Natural Resources Canada's Office of Energy Efficiency encourages Canadians to reduce energy consumption at home, at work and on the road
With the assistance of the Hotel Association of Canada, hundreds of hotel companies and other organisations across the country have discovered that energy efficiency pays, and that it helps the environment by reducing the greenhouse gas emissions that contribute to climate change.
In February, Natural Resources Canada recognised Fairmont Hotels & Resorts as a leader in the hospitality industry in reducing greenhouse gas emissions.
Anna Cullinan, Chief, Commercial Sector of the Energy Innovators Initiative, said: "The people at Fairmont are always 160king for ways to increase the energy efficiency of their properties, and the Initiative helped them take that next step.
When all projects are completed, Fairmont expects to save over 30 million kilowatt hours or 108,000 gigajoules annually."
This level of energy efficiency equates to a saving of $2.6 million Canadian Dollars and 6,000 tonnes of greenhouse gas emissions that will not be released into the atmosphere. Other proactive environmentally-astute measures have resulted in savings of more than Can$5 million to the company's bottom line.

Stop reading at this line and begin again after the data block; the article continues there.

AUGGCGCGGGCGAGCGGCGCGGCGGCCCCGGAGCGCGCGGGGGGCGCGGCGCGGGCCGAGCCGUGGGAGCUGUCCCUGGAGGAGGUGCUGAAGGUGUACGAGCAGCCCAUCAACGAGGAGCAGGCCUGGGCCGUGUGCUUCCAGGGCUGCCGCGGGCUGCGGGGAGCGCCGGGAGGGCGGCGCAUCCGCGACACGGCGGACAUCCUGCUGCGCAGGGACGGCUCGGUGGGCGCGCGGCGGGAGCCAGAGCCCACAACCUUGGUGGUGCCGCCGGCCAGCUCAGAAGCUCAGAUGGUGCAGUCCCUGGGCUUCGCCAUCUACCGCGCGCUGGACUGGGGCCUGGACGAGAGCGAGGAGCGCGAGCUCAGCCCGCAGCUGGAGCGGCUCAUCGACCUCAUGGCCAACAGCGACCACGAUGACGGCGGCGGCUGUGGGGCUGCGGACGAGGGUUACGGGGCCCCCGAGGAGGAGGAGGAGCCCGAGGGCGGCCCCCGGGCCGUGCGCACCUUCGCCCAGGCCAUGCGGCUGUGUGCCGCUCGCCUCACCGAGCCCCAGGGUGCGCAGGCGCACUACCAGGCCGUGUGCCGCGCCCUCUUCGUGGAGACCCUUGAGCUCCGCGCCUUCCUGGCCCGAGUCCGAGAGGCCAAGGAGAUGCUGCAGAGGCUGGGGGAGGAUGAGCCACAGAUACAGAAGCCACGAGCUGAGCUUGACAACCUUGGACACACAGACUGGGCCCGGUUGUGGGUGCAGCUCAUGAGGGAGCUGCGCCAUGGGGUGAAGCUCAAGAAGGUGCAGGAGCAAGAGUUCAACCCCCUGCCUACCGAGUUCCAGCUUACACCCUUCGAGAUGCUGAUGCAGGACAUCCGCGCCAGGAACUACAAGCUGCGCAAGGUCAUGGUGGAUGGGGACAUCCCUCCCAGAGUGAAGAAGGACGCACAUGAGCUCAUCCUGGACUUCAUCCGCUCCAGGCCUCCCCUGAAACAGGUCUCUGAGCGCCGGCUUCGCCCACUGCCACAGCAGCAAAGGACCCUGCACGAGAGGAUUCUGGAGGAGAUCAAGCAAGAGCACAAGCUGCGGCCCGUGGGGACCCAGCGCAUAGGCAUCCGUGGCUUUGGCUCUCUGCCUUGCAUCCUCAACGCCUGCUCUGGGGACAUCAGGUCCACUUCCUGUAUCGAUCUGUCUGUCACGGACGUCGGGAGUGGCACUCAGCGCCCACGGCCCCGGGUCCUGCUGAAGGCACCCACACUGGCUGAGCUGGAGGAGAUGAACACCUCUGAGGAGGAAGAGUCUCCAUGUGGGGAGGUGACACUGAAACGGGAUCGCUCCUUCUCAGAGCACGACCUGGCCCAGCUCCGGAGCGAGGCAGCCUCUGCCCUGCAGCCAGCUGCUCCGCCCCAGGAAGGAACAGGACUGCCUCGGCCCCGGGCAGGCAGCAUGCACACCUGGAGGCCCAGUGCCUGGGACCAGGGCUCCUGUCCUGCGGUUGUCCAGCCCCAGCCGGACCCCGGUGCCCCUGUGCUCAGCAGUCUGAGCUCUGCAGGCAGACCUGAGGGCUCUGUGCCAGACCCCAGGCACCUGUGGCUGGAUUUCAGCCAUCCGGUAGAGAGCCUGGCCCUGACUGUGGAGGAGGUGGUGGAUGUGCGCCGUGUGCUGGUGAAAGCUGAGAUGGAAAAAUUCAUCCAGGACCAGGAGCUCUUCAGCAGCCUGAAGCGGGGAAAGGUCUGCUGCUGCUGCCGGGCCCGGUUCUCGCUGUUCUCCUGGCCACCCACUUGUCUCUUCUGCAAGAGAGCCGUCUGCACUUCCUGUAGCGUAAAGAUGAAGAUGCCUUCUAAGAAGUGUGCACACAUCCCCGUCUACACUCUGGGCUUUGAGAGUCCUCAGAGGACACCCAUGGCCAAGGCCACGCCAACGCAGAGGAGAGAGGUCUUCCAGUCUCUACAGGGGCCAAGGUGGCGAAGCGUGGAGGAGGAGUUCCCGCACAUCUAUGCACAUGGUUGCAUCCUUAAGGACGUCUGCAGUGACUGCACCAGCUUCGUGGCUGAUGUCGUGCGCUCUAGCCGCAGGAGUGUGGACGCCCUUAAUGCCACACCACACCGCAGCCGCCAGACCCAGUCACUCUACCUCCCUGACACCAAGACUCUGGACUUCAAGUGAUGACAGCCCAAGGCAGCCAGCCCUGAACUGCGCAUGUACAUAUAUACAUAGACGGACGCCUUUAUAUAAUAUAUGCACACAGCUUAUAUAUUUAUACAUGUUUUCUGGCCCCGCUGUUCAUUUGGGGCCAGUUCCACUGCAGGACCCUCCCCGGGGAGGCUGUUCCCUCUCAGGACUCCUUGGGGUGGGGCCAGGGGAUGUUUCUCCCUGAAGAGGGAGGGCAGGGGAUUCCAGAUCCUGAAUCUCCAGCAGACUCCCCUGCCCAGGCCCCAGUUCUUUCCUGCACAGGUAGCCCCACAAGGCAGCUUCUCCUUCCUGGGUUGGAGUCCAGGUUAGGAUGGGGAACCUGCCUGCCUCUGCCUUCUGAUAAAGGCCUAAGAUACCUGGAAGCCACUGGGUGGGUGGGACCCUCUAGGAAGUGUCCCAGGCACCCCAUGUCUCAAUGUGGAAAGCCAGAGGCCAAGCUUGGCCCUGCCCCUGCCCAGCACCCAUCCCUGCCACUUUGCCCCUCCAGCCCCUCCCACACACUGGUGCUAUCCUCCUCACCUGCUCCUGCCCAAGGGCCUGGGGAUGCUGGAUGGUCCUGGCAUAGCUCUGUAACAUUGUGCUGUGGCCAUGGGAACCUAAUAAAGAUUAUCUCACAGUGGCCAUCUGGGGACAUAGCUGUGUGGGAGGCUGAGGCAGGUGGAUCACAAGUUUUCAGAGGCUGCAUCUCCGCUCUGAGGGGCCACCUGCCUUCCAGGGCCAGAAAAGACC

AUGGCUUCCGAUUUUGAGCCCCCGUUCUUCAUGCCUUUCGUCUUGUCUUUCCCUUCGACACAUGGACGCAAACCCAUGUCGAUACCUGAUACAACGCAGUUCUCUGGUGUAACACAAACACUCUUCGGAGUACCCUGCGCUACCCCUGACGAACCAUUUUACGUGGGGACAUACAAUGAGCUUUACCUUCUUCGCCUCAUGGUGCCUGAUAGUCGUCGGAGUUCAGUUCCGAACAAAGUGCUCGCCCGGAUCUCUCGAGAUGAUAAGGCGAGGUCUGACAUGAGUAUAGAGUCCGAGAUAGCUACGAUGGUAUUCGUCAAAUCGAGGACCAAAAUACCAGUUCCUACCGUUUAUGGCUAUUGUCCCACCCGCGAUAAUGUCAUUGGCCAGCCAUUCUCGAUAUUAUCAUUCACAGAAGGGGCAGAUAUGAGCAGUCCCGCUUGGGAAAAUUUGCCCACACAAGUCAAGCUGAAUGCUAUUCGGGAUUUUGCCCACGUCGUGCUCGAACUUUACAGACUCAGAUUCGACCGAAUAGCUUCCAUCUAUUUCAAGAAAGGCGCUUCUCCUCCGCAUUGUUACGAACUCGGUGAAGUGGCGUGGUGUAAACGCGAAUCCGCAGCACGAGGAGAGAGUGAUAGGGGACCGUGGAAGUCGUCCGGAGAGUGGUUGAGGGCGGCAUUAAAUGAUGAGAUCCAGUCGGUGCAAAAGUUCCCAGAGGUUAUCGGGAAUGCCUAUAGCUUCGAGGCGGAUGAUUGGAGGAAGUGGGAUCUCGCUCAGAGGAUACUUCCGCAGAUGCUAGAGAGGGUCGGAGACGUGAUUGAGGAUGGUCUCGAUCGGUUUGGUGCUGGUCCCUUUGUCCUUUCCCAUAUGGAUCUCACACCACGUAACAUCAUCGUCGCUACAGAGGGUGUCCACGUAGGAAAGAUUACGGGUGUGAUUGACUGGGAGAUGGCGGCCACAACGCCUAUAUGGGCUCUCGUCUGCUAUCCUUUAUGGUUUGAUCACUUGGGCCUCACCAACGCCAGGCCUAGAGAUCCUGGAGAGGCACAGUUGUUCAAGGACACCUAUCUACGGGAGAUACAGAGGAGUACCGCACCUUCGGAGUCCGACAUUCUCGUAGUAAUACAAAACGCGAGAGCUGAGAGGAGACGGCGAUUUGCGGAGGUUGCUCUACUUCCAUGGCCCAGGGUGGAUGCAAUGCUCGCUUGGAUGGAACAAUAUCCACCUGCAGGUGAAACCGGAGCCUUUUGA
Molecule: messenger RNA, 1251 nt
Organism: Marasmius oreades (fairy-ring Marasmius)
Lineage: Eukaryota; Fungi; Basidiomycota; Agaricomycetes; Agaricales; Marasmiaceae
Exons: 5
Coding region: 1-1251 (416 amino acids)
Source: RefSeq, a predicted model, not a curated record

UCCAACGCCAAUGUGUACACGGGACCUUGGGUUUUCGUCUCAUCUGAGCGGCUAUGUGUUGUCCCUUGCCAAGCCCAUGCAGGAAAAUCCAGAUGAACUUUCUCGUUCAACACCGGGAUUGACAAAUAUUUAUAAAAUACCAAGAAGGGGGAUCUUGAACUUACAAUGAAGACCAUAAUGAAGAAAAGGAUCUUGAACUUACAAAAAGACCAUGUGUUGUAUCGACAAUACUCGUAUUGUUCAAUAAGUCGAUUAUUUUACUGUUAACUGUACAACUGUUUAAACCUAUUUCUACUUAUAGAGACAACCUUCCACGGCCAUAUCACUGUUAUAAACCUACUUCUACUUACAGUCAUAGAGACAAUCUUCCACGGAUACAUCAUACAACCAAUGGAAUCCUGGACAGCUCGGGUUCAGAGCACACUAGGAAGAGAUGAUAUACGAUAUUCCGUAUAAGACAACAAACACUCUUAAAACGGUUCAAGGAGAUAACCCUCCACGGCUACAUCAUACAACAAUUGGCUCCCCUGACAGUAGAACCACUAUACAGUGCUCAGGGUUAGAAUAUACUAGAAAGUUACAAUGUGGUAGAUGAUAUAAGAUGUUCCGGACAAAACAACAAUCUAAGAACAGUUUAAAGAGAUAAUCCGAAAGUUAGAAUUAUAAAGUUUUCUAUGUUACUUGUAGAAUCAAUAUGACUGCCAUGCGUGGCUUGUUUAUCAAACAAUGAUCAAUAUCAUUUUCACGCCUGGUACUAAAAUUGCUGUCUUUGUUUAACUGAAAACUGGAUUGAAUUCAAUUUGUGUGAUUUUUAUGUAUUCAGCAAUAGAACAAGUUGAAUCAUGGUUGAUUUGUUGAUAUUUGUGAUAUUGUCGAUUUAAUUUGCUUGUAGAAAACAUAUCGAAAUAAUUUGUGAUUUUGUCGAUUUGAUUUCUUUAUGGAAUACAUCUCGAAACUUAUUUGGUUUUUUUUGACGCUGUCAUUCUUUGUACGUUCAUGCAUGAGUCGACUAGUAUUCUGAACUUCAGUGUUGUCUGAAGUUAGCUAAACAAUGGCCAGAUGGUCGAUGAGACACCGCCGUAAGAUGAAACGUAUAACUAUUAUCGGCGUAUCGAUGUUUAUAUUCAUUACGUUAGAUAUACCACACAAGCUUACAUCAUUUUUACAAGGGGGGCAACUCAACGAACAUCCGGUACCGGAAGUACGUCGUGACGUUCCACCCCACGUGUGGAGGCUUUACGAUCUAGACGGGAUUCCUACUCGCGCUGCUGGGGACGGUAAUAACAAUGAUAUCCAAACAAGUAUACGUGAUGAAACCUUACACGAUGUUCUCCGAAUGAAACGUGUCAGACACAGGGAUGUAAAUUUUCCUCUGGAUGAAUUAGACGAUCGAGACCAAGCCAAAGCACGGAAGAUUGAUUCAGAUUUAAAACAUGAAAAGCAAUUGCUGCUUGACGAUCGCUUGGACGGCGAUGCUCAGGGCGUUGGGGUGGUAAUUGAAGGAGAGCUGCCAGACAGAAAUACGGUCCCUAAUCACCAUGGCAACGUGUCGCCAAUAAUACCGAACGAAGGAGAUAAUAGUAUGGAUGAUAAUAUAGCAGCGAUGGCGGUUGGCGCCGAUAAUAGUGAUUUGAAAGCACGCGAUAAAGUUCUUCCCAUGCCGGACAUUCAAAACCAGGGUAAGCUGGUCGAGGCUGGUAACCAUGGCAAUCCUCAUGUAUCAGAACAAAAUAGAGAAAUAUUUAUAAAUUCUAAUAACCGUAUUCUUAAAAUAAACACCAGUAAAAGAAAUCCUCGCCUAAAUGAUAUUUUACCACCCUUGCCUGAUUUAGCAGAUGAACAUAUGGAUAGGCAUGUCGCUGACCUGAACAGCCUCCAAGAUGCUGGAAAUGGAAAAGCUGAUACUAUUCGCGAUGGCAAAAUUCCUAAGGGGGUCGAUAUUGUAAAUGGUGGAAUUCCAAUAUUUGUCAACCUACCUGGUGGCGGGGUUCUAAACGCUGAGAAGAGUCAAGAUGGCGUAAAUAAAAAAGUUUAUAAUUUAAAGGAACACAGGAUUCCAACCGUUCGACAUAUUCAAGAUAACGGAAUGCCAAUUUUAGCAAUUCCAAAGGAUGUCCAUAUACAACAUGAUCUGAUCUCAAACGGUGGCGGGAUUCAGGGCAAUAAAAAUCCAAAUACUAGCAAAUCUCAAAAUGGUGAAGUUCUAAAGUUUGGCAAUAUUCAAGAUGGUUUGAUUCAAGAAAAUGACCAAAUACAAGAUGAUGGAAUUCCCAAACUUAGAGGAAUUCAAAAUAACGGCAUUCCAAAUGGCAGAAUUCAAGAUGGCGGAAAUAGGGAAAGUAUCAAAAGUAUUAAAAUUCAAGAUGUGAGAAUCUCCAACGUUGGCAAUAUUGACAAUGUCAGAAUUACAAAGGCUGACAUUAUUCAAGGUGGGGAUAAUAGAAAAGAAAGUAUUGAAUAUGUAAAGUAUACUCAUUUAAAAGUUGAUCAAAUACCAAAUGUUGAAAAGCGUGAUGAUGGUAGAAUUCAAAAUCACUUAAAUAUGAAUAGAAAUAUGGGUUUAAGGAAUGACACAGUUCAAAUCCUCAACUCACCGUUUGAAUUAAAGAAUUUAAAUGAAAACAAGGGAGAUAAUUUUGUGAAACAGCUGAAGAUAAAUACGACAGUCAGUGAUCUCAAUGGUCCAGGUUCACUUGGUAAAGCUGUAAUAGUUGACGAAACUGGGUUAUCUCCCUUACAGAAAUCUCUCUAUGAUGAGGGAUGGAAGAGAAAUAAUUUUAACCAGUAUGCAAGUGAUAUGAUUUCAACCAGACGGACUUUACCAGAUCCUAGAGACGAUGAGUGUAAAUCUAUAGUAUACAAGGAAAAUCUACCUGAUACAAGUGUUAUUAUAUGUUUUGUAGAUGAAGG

Benefits to specific hotels were also recognised, including:
- The Fairmont Royal York, where the updated HVAC system and other related measures resulted in savings of over Can$1 million over two years.
- The Fairmont Chateau Laurier replaced their central steam system with their own steam system, performed a heating, ventilation, and air conditioning (HVAC) retrofit, a lighting retrofit and new digital controls. These measures saved an impressive Can$380,000.
- The Fairmont Le Chateau Frontenac was able to save approximately Can$350,000 annually by undertaking lighting retrofits, installing automation controls, and other measures.
- The Fairmont Hotel Vancouver performed a lighting retrofit throughout the facility, HVAC measures, an energy management and control system upgrade, central plant measures, and others, resulting in an annual saving of Can$1.1 million.
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